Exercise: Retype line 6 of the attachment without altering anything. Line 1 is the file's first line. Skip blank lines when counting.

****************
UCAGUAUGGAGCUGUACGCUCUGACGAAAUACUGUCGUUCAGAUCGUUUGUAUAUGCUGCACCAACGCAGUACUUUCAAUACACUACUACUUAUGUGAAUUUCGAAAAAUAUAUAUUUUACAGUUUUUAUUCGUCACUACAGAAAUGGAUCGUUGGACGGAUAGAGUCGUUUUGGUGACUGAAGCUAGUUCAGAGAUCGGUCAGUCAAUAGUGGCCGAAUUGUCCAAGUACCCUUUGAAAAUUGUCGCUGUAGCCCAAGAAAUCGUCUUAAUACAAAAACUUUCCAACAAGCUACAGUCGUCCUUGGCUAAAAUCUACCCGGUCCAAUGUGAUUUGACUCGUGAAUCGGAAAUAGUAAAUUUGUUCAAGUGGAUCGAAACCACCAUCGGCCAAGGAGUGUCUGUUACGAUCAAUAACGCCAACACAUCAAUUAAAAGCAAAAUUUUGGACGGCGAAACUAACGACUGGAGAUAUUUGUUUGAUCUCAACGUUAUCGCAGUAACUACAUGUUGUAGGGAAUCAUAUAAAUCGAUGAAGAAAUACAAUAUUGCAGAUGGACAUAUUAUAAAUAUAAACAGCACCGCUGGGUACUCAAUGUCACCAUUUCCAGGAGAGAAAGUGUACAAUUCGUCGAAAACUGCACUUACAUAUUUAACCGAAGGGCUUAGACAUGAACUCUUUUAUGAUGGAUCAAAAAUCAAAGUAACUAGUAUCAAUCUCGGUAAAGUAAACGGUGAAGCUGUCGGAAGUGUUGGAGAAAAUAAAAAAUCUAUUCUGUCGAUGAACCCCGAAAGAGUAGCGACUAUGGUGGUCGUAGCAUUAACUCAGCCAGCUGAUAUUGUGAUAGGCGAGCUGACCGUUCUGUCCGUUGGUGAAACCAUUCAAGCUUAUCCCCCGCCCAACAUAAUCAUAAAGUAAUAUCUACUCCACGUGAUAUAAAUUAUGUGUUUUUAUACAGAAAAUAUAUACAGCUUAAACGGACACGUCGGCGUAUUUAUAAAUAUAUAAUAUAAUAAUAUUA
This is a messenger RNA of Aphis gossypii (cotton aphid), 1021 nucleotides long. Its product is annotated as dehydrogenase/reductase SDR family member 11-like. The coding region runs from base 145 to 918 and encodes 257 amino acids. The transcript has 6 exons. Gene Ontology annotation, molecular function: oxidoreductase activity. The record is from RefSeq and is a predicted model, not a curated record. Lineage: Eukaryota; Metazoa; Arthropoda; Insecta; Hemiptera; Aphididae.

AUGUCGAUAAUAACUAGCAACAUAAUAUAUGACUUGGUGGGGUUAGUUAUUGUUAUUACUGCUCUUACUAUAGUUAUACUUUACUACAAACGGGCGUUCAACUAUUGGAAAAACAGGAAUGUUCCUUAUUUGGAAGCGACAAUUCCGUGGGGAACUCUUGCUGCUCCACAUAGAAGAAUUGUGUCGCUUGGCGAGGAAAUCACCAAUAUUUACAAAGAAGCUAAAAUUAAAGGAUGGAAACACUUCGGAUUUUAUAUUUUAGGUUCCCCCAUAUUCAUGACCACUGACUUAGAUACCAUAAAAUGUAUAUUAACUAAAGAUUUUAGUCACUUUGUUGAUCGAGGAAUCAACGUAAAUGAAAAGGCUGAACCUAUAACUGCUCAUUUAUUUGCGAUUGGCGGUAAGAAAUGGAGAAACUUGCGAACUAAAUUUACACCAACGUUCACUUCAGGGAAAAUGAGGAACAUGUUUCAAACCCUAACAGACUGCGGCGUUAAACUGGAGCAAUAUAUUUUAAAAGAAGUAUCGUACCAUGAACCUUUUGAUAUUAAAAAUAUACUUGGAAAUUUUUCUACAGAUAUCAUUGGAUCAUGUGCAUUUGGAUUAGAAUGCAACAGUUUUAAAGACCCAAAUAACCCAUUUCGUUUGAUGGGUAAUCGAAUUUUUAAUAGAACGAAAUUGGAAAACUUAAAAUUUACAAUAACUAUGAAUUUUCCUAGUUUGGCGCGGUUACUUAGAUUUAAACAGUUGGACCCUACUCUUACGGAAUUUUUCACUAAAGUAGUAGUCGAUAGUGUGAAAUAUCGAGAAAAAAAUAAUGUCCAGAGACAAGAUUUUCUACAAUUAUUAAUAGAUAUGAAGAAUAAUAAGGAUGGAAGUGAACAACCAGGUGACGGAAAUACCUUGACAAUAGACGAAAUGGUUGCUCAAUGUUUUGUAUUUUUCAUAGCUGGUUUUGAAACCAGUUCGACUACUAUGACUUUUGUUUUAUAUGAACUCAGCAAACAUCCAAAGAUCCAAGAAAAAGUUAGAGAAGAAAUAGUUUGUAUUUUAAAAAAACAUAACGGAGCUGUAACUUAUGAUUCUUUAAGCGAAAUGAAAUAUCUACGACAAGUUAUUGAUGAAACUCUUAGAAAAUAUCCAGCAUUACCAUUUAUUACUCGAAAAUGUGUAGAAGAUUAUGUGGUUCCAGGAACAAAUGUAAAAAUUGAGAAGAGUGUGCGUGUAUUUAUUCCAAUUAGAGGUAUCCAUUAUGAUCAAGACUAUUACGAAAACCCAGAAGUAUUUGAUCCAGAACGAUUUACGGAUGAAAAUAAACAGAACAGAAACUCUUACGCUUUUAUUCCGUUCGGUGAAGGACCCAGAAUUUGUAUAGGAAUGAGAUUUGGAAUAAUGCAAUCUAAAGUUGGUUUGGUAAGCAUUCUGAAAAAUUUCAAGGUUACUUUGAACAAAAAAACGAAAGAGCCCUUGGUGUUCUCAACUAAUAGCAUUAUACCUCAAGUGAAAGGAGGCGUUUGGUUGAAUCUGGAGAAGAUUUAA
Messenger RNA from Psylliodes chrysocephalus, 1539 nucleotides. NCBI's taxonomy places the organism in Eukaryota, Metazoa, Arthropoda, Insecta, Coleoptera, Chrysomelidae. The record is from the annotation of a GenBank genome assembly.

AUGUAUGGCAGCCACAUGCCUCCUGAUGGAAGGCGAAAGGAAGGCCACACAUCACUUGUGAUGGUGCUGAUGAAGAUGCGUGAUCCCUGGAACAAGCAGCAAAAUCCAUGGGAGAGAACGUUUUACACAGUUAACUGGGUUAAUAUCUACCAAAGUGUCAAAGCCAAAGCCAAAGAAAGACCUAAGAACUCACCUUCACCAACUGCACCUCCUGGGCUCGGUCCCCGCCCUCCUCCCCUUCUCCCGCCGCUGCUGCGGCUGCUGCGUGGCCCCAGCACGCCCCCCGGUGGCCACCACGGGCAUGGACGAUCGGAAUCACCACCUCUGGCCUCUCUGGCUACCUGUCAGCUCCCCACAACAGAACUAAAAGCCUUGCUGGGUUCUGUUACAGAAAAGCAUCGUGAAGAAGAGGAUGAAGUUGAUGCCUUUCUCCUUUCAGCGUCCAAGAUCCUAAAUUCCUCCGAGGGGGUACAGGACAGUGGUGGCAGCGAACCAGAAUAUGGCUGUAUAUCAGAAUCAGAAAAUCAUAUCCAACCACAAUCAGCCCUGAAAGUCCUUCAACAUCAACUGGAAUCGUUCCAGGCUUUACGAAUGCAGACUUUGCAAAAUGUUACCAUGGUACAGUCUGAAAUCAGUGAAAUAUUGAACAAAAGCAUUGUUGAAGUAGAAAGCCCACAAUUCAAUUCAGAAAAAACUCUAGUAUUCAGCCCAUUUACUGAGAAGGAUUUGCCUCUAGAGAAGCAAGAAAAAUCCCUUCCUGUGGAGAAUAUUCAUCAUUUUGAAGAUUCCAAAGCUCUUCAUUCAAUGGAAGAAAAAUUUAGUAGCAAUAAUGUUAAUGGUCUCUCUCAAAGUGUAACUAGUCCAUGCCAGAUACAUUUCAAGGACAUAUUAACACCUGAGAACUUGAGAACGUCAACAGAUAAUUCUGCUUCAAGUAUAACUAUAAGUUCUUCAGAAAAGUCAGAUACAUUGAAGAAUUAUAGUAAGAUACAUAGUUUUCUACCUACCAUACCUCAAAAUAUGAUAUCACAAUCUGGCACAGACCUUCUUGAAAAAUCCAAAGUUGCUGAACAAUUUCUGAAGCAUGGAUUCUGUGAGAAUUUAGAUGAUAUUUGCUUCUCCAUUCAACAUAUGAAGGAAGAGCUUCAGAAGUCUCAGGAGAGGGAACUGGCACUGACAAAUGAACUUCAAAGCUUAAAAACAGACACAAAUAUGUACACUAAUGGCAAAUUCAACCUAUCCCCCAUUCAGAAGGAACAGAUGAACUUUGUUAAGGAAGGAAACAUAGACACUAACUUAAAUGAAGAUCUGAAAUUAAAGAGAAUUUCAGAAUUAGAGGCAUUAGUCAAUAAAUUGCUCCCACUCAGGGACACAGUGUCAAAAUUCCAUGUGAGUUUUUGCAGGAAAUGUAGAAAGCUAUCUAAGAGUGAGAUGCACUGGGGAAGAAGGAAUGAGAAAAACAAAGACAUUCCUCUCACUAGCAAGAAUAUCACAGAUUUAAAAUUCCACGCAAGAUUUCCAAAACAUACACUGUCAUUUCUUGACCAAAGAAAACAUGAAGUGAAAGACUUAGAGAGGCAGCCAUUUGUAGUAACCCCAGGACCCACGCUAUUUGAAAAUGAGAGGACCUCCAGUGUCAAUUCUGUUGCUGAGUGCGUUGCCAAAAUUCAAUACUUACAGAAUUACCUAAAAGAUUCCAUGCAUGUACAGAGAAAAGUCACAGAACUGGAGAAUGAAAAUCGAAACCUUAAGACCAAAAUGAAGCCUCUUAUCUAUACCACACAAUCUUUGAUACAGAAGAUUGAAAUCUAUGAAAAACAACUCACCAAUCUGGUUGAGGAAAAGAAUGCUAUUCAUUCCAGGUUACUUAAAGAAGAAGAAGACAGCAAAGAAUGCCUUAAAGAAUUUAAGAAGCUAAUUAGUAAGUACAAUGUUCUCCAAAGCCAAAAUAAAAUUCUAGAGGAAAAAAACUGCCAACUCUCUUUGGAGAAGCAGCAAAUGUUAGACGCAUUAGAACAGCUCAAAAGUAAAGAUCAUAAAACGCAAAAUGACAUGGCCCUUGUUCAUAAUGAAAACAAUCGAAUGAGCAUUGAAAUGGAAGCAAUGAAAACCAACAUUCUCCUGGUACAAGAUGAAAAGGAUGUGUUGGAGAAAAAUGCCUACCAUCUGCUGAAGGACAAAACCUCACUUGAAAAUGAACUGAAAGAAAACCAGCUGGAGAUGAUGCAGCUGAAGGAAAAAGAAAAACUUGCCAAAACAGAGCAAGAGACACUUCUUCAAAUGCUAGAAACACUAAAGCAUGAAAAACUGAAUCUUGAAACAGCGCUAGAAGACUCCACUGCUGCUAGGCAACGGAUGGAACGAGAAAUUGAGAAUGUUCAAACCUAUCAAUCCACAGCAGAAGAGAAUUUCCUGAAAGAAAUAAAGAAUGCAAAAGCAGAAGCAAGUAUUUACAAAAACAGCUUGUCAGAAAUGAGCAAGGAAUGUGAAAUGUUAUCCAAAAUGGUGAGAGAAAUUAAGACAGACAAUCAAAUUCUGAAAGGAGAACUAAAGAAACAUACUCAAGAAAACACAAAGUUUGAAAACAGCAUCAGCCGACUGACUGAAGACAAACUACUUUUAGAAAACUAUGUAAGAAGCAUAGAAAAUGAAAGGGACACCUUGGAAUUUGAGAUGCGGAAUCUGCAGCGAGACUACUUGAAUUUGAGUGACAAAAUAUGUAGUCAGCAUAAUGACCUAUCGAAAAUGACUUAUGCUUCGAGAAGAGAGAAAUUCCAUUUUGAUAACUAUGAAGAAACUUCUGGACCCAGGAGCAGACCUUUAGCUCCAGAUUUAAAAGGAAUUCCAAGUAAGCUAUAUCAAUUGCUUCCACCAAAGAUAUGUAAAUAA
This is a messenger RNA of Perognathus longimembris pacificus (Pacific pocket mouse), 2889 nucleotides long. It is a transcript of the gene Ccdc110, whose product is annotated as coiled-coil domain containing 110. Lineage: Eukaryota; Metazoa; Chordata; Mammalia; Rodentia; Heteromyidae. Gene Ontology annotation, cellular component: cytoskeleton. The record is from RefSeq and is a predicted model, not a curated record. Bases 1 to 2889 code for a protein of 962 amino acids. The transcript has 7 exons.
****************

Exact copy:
This is a messenger RNA of Perognathus longimembris pacificus (Pacific pocket mouse), 2889 nucleotides long. It is a transcript of the gene Ccdc110, whose product is annotated as coiled-coil domain containing 110. Lineage: Eukaryota; Metazoa; Chordata; Mammalia; Rodentia; Heteromyidae. Gene Ontology annotation, cellular component: cytoskeleton. The record is from RefSeq and is a predicted model, not a curated record. Bases 1 to 2889 code for a protein of 962 amino acids. The transcript has 7 exons.